- Three strong letters of recommendation (for Master’s applicants from at least one, preferably two, college-level instructors; for Ph.D. applicants from at least two college level instructors) that do not merely say positive things about the student but provide the committee with specific and detailed reasons to think that the student would be a good fit with the department and would do well in the department.
Program and Course Offerings
CoursesEducation, Culture, and Society
- ECS 2150 - Introduction to Multicultural Education
- ECS 3180 - Home, School, & Community Relations
- ECS 4111 - School and Society
- ECS 5634 - Foundations of Bilingual Bicultural Education for Linguistically Diverse Students
- ECS 5645 - Assessment of Linguistically Diverse Populations
- ECS 5709 - Building Family-School Partnerships for Youth Success
- ECS 5715 - Urban Education
- ECS 5940 - Workshops in Education, Culture & Society
- ECS 5950 - Special Topics in Education
- ECS 5960 - Undergraduate Research and Directed Study
- ECS 6600 - Introduction to Critical and Cultural Studies in Education
- ECS 6605 - Race, Gender, and the Curriculum
- ECS 6606 - Curriculum and Critical Inquiry: From Theory to Practice
- ECS 6612 - Issues in African American Education
- ECS 6615 - School, Work, and the State
- ECS 6617 - Global Knowledge, Text, and Performance in Education
- ECS 6619 - Indigenous Epistemologies in Education
- ECS 6620 - Seminar in Philosophy of Education
- ECS 6622 - Feminist Epistemologies and Pedagogies
- ECS 6624 - Whiteness Theory and Education
- ECS 6625 - Critical Race Theories: A Focus on FemCrit and LatCrit
- ECS 6627 - Race, Culture, & Representation and Education
- ECS 6628 - Whiteness in Cross-Race Classroom Relationships
- ECS 6629 - The Writing Wars: Scholarship and the Construction of Knowledge
- ECS 6632 - Research in Multicultural Education
- ECS 6634 - Foundations of Bilingual Bicultural Education for Linguistically Diverse Students
- ECS 6635 - Perspectives in Comparative Education
- ECS 6636 - Literacy as Cultural Practice
- ECS 6639 - Language and Community
- ECS 6640 - Sociology of U.S. Higher Education
- ECS 6641 - Social Inequality in U.S. Higher Education
- ECS 6643 - Affirmative Action & Diversity Policies in U.S. Higher Education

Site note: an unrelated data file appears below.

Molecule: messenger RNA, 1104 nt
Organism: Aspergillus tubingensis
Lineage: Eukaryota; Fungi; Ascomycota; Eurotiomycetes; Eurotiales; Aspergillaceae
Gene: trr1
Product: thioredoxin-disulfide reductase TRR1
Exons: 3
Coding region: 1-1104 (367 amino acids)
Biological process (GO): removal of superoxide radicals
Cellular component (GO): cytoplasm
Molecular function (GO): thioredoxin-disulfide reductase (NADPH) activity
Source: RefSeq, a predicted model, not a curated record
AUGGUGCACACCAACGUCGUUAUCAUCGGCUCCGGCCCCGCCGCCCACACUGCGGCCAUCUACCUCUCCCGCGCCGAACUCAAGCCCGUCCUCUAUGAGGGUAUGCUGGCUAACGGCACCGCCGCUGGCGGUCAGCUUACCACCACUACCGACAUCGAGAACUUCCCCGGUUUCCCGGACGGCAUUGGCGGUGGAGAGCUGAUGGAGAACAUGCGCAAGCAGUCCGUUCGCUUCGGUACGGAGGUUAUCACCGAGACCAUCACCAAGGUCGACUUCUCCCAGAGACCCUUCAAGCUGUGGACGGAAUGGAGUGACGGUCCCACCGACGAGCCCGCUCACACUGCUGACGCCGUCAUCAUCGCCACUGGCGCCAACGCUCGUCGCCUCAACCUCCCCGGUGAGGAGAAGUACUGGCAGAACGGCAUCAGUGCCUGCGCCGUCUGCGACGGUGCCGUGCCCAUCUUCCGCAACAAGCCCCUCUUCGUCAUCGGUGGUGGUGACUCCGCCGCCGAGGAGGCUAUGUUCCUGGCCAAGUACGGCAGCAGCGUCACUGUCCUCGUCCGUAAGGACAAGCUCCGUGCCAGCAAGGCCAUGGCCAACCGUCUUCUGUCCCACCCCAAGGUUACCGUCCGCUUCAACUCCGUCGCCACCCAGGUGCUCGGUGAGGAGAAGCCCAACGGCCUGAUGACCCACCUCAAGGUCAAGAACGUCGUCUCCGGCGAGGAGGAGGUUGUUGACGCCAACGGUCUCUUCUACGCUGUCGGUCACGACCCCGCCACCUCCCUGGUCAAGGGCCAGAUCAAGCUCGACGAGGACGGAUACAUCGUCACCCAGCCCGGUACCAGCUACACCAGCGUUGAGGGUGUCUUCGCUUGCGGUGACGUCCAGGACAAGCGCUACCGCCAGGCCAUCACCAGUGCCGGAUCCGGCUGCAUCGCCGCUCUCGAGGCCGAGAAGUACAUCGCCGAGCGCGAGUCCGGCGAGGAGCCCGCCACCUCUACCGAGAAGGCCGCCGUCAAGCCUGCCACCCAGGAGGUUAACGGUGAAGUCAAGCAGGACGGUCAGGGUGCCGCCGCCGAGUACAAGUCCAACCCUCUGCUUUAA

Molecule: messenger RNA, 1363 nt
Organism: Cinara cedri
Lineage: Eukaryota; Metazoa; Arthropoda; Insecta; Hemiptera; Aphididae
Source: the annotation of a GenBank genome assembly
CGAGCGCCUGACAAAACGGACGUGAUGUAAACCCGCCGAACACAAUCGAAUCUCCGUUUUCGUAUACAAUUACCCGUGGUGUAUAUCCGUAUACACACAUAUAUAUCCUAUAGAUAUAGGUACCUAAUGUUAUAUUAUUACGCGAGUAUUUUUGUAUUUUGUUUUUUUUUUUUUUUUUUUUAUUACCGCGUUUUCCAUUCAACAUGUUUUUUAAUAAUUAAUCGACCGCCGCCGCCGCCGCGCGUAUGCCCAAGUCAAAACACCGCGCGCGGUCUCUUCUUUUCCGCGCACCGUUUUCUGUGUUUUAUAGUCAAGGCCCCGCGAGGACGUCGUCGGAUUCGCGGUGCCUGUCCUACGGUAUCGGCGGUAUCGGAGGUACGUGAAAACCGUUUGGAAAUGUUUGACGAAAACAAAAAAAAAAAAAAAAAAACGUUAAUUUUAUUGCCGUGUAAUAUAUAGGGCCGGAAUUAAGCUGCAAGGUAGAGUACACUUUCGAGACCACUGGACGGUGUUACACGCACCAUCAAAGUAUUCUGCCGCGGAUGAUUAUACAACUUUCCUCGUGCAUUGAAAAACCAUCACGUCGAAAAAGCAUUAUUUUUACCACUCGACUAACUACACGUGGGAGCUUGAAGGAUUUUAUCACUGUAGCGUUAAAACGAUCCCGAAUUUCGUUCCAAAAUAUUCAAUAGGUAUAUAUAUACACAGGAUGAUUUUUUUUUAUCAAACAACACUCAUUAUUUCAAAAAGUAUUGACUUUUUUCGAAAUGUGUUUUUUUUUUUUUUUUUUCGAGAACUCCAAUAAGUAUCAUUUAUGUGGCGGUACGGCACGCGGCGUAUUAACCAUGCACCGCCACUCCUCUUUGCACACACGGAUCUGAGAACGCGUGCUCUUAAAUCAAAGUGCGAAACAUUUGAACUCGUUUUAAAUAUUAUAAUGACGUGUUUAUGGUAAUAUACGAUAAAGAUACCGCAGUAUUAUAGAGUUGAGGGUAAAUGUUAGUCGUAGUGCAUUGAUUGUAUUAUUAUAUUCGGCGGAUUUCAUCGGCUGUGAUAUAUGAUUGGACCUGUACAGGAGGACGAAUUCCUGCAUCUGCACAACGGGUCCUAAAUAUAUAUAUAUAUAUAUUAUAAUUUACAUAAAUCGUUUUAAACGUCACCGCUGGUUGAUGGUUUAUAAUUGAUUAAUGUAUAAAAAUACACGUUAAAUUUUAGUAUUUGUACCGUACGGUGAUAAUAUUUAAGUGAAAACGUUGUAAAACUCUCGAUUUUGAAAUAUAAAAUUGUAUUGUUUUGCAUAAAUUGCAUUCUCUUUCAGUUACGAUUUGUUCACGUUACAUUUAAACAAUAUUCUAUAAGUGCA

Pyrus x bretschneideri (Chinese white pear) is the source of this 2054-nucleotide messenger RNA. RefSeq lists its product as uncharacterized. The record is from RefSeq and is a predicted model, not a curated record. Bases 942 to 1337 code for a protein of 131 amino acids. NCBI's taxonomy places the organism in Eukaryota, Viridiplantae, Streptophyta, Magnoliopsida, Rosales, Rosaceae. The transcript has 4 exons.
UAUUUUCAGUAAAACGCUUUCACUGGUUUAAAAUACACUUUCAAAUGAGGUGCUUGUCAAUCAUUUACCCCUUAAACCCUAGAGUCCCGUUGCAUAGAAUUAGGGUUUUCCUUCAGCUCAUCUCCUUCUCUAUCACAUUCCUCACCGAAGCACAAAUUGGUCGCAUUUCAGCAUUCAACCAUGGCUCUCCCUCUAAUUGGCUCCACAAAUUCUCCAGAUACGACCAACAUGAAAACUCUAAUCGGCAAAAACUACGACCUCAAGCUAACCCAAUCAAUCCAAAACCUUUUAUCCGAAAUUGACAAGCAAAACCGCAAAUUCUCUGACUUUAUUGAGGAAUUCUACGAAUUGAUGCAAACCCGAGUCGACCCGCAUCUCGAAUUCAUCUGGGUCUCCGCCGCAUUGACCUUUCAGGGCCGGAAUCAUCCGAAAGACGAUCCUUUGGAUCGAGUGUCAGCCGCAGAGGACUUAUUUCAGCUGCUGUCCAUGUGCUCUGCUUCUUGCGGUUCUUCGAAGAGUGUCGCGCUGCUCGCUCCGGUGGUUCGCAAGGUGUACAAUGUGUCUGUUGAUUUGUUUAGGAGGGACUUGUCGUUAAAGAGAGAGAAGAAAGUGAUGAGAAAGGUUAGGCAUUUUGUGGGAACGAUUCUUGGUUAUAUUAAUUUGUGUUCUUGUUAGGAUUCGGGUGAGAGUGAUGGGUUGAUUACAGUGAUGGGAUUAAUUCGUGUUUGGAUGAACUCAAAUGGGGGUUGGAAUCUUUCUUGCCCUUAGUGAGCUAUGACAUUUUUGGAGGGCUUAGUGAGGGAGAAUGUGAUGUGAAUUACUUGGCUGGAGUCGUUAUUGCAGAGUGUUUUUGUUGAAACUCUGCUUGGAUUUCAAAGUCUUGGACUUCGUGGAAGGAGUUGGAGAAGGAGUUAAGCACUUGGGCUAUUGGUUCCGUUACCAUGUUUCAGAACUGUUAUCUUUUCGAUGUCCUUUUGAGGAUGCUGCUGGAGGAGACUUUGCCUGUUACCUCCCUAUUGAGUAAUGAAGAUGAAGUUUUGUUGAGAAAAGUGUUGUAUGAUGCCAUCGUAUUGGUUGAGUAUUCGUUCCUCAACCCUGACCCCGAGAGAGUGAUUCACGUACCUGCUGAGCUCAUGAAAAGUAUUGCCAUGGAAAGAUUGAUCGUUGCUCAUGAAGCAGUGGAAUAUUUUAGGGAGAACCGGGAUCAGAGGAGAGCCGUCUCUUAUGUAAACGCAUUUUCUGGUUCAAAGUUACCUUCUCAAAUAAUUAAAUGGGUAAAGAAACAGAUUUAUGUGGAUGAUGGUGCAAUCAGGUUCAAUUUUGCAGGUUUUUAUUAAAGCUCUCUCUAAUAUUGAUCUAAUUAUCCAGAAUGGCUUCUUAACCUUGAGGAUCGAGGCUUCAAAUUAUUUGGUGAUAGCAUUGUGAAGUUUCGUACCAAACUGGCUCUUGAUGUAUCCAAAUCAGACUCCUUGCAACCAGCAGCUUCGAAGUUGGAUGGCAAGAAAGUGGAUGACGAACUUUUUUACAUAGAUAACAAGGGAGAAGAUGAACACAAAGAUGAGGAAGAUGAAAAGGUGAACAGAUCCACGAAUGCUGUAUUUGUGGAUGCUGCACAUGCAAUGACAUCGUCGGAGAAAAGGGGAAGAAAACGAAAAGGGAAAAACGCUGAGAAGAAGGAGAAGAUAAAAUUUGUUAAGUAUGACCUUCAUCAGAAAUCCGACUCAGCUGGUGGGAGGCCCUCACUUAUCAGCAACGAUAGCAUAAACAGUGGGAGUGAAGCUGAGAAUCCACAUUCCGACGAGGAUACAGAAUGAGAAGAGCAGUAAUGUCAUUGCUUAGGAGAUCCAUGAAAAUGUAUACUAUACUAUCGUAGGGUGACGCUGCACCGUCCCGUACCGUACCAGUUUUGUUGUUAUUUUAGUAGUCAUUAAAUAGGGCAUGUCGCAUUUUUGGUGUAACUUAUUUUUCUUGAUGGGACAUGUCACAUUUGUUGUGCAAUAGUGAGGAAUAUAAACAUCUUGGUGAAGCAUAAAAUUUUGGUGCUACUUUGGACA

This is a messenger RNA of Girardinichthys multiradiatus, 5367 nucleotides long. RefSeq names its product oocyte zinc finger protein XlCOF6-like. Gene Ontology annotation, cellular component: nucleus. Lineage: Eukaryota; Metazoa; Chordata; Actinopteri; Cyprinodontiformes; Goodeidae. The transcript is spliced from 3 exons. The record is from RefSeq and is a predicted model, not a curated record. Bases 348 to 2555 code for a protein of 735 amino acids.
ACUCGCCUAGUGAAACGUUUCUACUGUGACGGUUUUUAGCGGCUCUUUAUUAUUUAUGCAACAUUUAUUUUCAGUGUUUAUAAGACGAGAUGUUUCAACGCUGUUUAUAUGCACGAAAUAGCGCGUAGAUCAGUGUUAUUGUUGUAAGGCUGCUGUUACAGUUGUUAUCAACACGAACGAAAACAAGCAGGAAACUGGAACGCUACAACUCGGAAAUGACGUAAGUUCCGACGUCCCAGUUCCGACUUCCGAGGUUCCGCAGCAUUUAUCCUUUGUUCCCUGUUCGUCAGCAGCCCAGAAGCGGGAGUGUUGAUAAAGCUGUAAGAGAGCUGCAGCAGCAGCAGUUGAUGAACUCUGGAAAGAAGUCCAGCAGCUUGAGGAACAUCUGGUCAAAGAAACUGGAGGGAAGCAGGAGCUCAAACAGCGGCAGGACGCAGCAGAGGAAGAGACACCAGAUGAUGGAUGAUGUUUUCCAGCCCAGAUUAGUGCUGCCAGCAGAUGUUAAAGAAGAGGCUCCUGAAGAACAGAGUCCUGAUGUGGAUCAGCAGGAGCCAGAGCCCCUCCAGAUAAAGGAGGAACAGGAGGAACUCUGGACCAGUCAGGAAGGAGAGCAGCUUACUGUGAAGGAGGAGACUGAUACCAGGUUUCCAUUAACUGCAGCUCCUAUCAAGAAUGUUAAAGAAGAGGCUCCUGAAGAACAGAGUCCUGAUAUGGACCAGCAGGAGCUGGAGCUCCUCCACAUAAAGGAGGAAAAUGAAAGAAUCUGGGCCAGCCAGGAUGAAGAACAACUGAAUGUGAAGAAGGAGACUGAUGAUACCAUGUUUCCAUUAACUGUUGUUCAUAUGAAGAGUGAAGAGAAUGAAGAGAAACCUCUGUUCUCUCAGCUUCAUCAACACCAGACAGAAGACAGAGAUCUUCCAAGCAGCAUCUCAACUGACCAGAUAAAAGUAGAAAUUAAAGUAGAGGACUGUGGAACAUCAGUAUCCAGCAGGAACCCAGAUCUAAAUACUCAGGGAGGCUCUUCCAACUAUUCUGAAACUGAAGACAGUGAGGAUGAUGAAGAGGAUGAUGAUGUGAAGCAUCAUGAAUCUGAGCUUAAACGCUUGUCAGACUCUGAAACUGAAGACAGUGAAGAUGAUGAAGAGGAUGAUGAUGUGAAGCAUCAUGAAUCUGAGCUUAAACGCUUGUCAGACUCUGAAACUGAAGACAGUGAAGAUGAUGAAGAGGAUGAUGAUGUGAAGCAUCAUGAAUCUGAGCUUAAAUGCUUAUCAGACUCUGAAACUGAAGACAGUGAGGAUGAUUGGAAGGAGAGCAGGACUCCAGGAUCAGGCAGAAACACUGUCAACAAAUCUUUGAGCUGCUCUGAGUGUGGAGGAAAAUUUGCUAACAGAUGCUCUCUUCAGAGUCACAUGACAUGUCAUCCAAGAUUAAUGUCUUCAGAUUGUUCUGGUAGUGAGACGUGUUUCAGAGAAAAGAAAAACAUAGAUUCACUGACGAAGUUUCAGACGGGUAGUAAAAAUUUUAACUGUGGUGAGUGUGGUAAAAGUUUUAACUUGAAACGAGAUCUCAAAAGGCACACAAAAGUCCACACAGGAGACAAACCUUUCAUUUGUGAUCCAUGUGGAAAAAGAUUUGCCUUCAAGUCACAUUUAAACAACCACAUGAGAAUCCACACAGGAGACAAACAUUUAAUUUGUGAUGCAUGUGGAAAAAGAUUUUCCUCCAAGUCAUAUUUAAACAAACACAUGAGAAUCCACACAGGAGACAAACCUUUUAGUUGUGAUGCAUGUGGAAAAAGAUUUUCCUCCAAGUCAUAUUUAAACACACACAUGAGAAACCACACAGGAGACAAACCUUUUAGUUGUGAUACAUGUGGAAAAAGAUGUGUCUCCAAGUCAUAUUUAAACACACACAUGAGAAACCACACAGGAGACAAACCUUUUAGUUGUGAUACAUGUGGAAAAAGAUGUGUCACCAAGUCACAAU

- ECS 6644 - Education & Racial Stratification
- ECS 6645 - Assessment of Linguistically Diverse Populations
- ECS 6646 - Racial Battle Fatigue in Education
- ECS 6647 - Instructional Methods for Linguistically Diverse Populations
- ECS 6654 - Language and Power
- ECS 6655 - Critical Pedagogy
- ECS 6662 - Seminar on Gender and Sexuality in Education
- ECS 6665 - Visual Arts and Social Justice Inquiry
- ECS 6709 - Building Family-School Partnerships for Youth Success
- ECS 6711 - Language Policy and Planning
- ECS 6715 - Urban Education
- ECS 6720 - College Teaching and Social Justice
- ECS 6750 - W.E.B. DuBois and Democratic Education
- ECS 6813 - Heritage/Community Language Education
- ECS 6815 - Discourse Analysis
- ECS 6823 - Immigration & Education
- ECS 6826 - Youth & Action Research
- ECS 6830 - Anthropology and Education
- ECS 6832 - Refugee Students/Education
- ECS 6833 - Latin@s and Education
- ECS 6834 - Borderlands Theory
- ECS 6835 - Testimonios
- ECS 6854 - Neoliberal Educational Policy
- ECS 6855 - Relational Philosophies of Education
- ECS 6856 - Neoliberal Restructuring and Education
- ECS 6857 - Education and Sustainability in Biocapitalist Society
- ECS 6860 - Memory, Storytelling, & Trauma
- ECS 6950 - Special Topics in Education
- ECS 6955 - Field Projects in Education
- ECS 6960 - Directed Reading and Research for Master’s Students
- ECS 6961 - Master’s Comprehensive Exam Preparation
- ECS 6970 - Thesis Research: Master’s
- ECS 6980 - Faculty Consultation: Master’s
- ECS 7606 - Curriculum and Critical Inquiry: From Theory to Practice
- ECS 7610 - Social Movements and the History of Education in the United States I
- ECS 7611 - Social Movements and the History of Education in the United States II
- ECS 7612 - Issues in African American Education
- ECS 7615 - School, Work and State
- ECS 7617 - Global Knowledge, Text, and Performance in Education
- ECS 7618 - Colonial Post Colonial Theory in Education
- ECS 7619 - Indigenous Epistemologies in Education
- ECS 7620 - Seminar in Philosophy of Education
- ECS 7622 - Feminist Epistemologies and Pedagogies
- ECS 7624 - Whiteness Theory & Education
- ECS 7625 - Critical Race Theories: A Focus on FemCrit and LatCrit
- ECS 7627 - Race, Culture & Representation and Education
- ECS 7629 - The Writing Wars: Scholarship and the Construction of Knowledge
- ECS 7634 - Foundations of Bilingual Bicultural Education for Linguistically Diverse Students
- ECS 7635 - Perspectives in Comparative Education
- ECS 7636 - Literacy as Cultural Practice
- ECS 7639 - Language and Community
- ECS 7641 - Social Inequality in U.S. Higher Education
- ECS 7644 - Education & Racial Stratification
- ECS 7646 - Racial Battle Fatigue in Education
- ECS 7654 - Language and Power
- ECS 7655 - Critical Pedagogy
- ECS 7662 - Seminar on Gender and Sexuality in Education
- ECS 7665 - Visual Arts and Social Justice Inquiry
- ECS 7670 - Conceptual Issues in Qualitative Research
- ECS 7671 - Qualitative Research Methods
- ECS 7672 - Ethnographic Research Methods
- ECS 7711 - Language Policy and Planning
- ECS 7720 - College Teaching and Social Justice
- ECS 7750 - W.E.B. DuBois and Democratic Education
- ECS 7813 - Heritage/Community Language Education
- ECS 7815 - Discourse Analysis
- ECS 7823 - Immigration & Education
- ECS 7826 - Youth & Action Research
- ECS 7830 - Anthropology and Education